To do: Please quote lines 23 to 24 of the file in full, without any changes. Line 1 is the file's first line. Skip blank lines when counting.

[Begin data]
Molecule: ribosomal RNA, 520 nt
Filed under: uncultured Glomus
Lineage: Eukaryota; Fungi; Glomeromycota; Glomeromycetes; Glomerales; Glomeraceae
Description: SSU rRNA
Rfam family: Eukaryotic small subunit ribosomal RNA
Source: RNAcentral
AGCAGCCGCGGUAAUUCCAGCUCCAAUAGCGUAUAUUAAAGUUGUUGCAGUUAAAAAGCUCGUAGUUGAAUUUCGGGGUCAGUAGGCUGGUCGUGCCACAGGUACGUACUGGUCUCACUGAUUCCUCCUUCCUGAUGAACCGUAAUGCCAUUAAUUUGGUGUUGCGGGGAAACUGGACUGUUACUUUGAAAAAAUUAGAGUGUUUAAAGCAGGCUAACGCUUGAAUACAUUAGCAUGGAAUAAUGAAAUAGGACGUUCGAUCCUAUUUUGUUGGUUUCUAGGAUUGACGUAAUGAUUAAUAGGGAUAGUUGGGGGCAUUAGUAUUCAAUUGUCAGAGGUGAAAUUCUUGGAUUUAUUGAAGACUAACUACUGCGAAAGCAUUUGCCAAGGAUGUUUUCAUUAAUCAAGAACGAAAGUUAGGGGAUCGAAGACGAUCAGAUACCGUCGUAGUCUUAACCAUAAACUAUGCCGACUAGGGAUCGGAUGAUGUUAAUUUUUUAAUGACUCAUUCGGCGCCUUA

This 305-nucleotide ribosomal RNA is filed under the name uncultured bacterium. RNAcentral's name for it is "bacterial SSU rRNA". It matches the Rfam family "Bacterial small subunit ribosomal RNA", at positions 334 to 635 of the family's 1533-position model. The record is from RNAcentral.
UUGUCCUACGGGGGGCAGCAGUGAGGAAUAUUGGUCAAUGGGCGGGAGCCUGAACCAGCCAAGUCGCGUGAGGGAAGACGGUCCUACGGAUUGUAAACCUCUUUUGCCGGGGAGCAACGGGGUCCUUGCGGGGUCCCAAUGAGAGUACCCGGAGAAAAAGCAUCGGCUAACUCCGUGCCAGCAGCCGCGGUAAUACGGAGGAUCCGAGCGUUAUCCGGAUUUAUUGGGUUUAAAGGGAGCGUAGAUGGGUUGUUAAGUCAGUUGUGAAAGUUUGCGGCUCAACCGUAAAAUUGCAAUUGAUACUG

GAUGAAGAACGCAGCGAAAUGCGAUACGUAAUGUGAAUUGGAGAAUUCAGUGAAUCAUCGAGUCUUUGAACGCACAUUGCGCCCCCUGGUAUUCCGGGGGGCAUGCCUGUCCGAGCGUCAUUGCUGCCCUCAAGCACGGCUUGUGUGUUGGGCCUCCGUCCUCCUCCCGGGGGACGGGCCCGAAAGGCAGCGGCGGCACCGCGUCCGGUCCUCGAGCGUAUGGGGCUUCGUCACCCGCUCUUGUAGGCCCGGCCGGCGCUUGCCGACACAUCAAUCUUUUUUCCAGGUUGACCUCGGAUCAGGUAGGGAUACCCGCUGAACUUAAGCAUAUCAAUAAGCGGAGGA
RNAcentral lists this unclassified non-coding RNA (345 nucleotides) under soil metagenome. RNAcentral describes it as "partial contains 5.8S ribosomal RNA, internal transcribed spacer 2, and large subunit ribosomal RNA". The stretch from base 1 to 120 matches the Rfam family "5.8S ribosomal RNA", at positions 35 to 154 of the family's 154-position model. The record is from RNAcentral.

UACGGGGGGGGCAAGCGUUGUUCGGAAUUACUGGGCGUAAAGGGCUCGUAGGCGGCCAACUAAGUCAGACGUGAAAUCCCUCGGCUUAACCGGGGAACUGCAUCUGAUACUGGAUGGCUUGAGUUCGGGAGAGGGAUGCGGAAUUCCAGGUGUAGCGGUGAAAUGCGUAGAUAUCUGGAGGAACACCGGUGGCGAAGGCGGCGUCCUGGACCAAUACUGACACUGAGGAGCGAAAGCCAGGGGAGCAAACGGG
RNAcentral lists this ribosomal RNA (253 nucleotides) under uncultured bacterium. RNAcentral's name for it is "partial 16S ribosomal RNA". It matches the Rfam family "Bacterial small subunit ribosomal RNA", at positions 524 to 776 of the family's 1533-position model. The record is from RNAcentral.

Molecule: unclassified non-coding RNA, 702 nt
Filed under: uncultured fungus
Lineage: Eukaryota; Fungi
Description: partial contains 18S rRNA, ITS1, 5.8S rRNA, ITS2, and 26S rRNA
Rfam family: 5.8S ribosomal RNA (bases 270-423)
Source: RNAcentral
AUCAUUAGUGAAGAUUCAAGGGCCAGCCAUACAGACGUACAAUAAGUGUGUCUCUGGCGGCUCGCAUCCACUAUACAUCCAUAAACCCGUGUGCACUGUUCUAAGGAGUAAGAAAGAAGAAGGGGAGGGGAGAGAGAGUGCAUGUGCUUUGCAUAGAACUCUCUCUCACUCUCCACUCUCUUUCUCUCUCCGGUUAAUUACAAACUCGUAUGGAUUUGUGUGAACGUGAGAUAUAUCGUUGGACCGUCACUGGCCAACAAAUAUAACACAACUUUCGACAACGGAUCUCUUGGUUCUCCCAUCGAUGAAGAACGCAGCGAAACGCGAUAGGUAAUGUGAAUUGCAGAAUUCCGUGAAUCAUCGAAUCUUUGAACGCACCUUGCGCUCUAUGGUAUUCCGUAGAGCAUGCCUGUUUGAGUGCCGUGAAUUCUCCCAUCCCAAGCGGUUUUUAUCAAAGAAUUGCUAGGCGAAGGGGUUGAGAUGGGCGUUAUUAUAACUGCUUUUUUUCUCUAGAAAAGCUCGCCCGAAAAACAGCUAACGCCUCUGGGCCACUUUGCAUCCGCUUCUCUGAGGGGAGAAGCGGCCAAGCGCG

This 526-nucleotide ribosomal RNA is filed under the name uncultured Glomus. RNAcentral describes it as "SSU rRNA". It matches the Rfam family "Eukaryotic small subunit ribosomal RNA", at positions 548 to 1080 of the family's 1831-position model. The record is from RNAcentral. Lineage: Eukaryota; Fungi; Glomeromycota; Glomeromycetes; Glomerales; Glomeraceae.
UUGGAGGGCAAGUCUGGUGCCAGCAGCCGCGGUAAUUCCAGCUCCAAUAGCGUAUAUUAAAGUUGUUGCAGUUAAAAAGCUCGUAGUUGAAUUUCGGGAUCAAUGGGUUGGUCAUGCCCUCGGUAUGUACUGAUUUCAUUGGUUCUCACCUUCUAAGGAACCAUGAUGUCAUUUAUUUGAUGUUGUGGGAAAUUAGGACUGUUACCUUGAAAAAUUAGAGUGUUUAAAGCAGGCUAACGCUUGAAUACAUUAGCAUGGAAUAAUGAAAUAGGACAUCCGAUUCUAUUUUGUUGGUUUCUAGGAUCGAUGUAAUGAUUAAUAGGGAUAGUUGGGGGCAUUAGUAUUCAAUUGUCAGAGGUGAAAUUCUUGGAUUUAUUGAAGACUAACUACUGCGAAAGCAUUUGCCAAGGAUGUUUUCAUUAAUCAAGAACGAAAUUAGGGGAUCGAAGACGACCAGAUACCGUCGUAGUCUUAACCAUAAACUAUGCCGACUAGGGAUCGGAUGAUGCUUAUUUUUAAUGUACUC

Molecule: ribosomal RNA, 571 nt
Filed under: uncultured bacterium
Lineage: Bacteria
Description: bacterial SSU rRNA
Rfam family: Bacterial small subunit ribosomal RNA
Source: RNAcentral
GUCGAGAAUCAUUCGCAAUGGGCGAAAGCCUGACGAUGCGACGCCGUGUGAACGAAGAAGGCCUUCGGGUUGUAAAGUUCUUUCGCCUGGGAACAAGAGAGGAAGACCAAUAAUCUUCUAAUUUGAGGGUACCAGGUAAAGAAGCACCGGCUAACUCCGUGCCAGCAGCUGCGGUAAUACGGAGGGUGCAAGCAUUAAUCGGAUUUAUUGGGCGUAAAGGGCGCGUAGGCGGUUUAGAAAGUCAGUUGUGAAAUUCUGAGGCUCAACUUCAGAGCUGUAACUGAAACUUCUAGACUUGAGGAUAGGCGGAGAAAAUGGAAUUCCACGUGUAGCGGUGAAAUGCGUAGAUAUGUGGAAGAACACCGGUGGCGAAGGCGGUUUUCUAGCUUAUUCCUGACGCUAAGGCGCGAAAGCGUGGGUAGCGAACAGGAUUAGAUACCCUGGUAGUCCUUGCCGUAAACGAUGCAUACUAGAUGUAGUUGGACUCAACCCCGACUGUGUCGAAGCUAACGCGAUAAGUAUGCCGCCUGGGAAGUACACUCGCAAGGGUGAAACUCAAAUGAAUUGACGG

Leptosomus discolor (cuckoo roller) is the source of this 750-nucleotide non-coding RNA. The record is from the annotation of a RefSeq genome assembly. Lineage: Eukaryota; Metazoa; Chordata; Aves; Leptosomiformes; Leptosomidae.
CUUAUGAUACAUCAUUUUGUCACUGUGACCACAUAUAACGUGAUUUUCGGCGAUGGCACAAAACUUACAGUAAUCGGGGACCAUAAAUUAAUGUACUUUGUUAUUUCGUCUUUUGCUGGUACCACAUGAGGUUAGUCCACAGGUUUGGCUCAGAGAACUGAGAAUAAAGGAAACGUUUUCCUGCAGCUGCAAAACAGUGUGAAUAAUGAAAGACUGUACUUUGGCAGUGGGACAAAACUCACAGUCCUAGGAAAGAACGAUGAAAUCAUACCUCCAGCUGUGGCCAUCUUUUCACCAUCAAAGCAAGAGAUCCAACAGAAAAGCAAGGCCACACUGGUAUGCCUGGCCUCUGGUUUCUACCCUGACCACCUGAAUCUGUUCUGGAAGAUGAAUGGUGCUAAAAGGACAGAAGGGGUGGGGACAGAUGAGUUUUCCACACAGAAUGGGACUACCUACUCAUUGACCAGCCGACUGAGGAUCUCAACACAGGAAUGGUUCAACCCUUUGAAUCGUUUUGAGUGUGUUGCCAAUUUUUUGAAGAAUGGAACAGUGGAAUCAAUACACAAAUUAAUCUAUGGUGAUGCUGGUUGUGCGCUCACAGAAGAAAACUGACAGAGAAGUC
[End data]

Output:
Molecule: ribosomal RNA, 571 nt
Filed under: uncultured bacterium